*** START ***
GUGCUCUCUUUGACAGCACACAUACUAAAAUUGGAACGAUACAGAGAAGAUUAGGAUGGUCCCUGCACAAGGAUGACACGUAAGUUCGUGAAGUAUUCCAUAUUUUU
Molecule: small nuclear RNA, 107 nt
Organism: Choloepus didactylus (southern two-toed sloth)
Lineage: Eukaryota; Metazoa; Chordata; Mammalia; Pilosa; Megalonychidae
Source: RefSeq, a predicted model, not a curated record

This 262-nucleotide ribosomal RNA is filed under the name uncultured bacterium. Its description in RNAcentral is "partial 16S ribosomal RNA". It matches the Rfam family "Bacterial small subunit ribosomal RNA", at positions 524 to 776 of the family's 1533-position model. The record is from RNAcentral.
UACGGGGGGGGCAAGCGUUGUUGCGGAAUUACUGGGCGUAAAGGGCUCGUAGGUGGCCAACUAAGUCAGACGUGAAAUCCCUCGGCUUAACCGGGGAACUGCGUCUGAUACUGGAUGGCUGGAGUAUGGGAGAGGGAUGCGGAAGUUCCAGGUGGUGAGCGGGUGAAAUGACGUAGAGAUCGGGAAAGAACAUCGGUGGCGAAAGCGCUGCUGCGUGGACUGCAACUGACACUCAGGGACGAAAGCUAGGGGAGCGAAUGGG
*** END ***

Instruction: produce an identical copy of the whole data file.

GUGCUCUCUUUGACAGCACACAUACUAAAAUUGGAACGAUACAGAGAAGAUUAGGAUGGUCCCUGCACAAGGAUGACACGUAAGUUCGUGAAGUAUUCCAUAUUUUU
Molecule: small nuclear RNA, 107 nt
Organism: Choloepus didactylus (southern two-toed sloth)
Lineage: Eukaryota; Metazoa; Chordata; Mammalia; Pilosa; Megalonychidae
Source: RefSeq, a predicted model, not a curated record

This 262-nucleotide ribosomal RNA is filed under the name uncultured bacterium. Its description in RNAcentral is "partial 16S ribosomal RNA". It matches the Rfam family "Bacterial small subunit ribosomal RNA", at positions 524 to 776 of the family's 1533-position model. The record is from RNAcentral.
UACGGGGGGGGCAAGCGUUGUUGCGGAAUUACUGGGCGUAAAGGGCUCGUAGGUGGCCAACUAAGUCAGACGUGAAAUCCCUCGGCUUAACCGGGGAACUGCGUCUGAUACUGGAUGGCUGGAGUAUGGGAGAGGGAUGCGGAAGUUCCAGGUGGUGAGCGGGUGAAAUGACGUAGAGAUCGGGAAAGAACAUCGGUGGCGAAAGCGCUGCUGCGUGGACUGCAACUGACACUCAGGGACGAAAGCUAGGGGAGCGAAUGGG